I just finished watching ESPN’s 30 for 30 on John Calipari. After I finished crying – I do during all 30 for 30’s and so do you, don’t lie – I understood and recognized a great leadership lesson. Leadership is about helping your people get to their next level. They are not there to make you better or to make you look good. They are not there for your ego or to win you a championship or get you promoted. They are there to move to their next level. There are many opinions on the one and done culture of college sports before they proceed to the paid professional organization for their sport; I love it, but many hate it. They say the focus should be on finishing their degree and education, not on money. But the point of these young men and women going to college is to be a professional athlete that is the goal. If the athlete is drafted early a degree in Political Science will not make them better at their sport.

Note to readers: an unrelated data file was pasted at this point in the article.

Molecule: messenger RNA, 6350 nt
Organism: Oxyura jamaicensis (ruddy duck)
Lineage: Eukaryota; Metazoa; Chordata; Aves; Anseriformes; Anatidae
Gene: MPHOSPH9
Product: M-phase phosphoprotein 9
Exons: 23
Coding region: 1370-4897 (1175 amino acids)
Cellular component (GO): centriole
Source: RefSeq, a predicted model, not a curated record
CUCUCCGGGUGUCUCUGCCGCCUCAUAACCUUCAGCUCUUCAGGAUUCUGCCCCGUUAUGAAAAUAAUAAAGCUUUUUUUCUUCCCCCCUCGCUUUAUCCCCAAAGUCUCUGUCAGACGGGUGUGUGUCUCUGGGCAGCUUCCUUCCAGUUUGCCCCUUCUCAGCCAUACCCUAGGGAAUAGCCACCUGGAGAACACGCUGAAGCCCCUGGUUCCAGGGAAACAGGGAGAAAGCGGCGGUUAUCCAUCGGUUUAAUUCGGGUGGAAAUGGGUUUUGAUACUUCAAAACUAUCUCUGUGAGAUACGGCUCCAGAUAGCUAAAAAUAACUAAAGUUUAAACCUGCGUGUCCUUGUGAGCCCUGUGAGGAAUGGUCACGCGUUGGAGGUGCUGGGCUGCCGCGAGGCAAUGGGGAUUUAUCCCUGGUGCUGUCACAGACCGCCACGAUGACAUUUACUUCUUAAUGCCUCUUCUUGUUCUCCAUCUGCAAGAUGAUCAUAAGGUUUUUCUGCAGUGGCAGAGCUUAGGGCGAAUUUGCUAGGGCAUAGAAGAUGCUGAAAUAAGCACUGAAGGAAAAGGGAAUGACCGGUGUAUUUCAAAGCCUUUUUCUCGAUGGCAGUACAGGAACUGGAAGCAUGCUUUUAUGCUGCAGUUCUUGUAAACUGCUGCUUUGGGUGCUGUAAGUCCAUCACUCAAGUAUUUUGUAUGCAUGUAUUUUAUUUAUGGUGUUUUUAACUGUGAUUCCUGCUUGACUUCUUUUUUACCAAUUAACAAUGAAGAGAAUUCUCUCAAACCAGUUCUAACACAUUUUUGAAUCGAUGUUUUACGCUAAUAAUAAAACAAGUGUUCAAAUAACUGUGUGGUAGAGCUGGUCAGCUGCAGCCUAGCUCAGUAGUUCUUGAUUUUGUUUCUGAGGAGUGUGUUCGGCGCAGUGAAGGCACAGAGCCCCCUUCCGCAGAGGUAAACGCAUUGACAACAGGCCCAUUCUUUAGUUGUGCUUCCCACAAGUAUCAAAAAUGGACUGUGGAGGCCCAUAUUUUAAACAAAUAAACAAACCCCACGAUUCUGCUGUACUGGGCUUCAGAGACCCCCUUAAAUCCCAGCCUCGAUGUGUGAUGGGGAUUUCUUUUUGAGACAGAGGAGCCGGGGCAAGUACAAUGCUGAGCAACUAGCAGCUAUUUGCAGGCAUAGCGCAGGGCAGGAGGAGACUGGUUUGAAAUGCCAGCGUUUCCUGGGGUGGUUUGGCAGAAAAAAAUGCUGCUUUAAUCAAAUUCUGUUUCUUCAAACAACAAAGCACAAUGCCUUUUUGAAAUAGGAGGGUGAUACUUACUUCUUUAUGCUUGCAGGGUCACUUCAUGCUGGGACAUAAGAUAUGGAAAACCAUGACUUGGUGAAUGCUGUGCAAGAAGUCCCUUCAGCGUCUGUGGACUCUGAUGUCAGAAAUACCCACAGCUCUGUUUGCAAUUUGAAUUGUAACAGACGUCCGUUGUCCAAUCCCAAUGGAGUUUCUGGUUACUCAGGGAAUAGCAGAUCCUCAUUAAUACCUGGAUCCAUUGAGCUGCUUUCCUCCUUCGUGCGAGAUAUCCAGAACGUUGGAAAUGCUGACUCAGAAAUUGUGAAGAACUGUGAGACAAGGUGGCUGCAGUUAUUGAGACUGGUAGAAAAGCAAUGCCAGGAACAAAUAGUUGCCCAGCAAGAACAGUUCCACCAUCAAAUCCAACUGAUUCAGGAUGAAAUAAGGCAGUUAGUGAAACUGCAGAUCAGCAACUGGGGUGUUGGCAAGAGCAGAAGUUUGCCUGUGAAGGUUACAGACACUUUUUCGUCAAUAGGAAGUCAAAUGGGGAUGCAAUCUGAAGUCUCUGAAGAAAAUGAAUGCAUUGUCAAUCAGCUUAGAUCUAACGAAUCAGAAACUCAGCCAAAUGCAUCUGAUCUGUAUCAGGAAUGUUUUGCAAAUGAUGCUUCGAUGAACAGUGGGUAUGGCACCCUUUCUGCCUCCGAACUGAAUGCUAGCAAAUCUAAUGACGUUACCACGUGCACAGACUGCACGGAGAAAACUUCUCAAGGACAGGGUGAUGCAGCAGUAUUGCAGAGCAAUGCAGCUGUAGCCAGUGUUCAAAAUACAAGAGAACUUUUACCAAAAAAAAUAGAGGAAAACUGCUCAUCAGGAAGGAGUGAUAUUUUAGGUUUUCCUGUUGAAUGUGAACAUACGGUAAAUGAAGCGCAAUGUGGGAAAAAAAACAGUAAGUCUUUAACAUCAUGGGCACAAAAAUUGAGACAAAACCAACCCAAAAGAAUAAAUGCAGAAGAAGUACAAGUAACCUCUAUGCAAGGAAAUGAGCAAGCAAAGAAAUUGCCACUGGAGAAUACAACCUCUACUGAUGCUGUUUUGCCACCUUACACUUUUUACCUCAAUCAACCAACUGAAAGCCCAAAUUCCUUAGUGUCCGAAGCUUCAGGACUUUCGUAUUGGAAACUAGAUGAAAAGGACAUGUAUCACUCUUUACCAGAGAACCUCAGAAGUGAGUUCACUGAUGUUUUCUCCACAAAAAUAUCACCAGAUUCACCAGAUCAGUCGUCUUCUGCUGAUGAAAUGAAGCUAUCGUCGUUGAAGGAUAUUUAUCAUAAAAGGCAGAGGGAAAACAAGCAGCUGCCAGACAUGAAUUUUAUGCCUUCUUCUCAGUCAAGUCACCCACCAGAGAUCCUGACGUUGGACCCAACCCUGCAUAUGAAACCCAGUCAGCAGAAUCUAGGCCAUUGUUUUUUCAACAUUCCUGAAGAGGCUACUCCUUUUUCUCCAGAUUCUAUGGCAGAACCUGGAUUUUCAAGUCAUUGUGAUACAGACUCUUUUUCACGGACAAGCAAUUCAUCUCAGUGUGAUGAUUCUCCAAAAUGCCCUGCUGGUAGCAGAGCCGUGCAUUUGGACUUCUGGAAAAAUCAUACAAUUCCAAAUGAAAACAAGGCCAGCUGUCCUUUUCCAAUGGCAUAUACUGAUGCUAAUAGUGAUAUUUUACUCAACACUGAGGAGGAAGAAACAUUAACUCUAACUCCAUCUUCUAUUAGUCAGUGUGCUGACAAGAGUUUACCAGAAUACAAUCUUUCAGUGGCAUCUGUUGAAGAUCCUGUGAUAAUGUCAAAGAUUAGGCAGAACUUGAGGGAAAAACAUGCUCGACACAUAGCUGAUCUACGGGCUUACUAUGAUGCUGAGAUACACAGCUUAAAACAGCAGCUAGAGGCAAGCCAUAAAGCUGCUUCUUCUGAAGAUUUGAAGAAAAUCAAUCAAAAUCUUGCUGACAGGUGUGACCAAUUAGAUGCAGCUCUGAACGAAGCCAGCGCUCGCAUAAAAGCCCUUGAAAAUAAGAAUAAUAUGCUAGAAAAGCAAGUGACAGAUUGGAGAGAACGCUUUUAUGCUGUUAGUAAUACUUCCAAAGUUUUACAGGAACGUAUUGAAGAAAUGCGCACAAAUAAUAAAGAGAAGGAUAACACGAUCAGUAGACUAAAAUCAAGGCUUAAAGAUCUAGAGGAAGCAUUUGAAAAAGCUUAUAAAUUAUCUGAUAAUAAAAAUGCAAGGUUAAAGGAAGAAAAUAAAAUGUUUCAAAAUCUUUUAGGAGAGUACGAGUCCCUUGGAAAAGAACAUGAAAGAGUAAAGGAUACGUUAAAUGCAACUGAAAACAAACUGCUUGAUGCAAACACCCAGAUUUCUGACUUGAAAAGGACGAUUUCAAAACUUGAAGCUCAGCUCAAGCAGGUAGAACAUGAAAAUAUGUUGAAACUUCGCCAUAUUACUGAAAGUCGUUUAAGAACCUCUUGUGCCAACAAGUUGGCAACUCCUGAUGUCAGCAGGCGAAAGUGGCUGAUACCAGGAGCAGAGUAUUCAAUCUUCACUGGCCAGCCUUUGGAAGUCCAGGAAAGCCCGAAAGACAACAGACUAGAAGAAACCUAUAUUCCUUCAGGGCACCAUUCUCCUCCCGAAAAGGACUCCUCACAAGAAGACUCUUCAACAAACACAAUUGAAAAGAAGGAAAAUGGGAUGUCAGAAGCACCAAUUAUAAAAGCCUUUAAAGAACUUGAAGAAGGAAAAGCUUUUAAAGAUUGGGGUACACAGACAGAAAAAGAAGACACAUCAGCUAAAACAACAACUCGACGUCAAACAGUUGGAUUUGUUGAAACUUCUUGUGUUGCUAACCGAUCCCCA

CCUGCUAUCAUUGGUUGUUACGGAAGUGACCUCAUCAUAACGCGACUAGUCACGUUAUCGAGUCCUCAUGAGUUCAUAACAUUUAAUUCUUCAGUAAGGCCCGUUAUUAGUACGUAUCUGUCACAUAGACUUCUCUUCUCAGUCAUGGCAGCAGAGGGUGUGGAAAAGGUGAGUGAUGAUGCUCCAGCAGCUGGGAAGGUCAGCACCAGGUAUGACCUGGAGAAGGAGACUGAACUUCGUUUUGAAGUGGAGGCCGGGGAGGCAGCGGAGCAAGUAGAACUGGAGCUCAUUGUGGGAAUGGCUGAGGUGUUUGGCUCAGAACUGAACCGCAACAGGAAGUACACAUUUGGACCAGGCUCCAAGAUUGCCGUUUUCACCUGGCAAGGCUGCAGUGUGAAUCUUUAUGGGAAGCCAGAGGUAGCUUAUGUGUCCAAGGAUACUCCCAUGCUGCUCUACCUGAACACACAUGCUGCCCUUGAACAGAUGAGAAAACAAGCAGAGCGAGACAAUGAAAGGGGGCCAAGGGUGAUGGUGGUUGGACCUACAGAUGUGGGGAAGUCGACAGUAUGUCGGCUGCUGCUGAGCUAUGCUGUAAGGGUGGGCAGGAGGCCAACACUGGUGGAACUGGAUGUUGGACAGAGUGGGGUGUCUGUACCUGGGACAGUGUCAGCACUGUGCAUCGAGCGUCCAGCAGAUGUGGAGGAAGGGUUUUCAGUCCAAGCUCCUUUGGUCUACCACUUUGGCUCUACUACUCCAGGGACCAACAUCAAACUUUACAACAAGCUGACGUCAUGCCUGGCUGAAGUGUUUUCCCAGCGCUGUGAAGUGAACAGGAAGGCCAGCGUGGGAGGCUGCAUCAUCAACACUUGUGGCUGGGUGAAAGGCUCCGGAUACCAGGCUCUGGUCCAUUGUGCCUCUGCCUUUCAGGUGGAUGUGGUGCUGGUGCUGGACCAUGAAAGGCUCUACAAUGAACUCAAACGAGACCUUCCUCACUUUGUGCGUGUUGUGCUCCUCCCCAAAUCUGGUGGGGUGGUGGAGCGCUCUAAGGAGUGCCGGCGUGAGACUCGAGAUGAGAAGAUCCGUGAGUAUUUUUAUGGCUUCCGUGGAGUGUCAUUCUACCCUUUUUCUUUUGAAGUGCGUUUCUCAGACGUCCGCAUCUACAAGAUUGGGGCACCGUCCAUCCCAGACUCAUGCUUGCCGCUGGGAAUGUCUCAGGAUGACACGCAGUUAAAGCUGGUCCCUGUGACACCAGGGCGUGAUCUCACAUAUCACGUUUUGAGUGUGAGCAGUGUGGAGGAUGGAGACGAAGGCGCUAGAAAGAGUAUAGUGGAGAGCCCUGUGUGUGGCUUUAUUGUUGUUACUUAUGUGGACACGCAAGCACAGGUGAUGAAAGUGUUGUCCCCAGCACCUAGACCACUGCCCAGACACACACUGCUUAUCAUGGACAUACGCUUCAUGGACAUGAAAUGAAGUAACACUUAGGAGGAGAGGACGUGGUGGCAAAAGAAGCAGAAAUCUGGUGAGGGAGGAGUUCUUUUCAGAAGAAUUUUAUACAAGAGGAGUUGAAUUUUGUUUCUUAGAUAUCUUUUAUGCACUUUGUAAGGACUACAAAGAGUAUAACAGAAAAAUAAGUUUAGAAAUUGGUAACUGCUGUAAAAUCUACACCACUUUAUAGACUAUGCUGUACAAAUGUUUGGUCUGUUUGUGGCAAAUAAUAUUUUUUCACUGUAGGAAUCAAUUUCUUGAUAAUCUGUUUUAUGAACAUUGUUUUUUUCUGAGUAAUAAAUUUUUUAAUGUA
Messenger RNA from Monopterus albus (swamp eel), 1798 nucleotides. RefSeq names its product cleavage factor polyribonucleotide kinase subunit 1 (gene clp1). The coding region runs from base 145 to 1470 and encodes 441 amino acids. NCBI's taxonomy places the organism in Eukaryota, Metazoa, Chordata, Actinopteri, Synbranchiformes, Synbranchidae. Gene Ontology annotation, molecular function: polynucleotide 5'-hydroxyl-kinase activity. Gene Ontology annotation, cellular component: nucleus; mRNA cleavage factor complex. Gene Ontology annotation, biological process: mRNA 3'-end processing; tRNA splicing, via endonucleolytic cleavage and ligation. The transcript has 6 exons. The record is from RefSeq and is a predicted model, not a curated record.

So how can we translate this to all organizations? The easiest way is to put the needs of the people ahead of or at least equal to that of the organization’s needs or goals. The leader’s needs should come after both the organization and your people. John Calipari embraced the players that only wanted to do one year in college and then go to the NBA. There are many examples, but the point is that he has put the needs of the individuals on par with the needs of the organization. He knew there would always be great players that wanted only to do one year of college so he wouldn’t be short of great talent. He created a culture and atmosphere where players could be honest with their intentions, and he could take advantage of their short time in his organization because he knew he couldn’t take four years to develop each player. He only had one year to develop each player in specific ways that would compliment each other. This has been a recipe for success.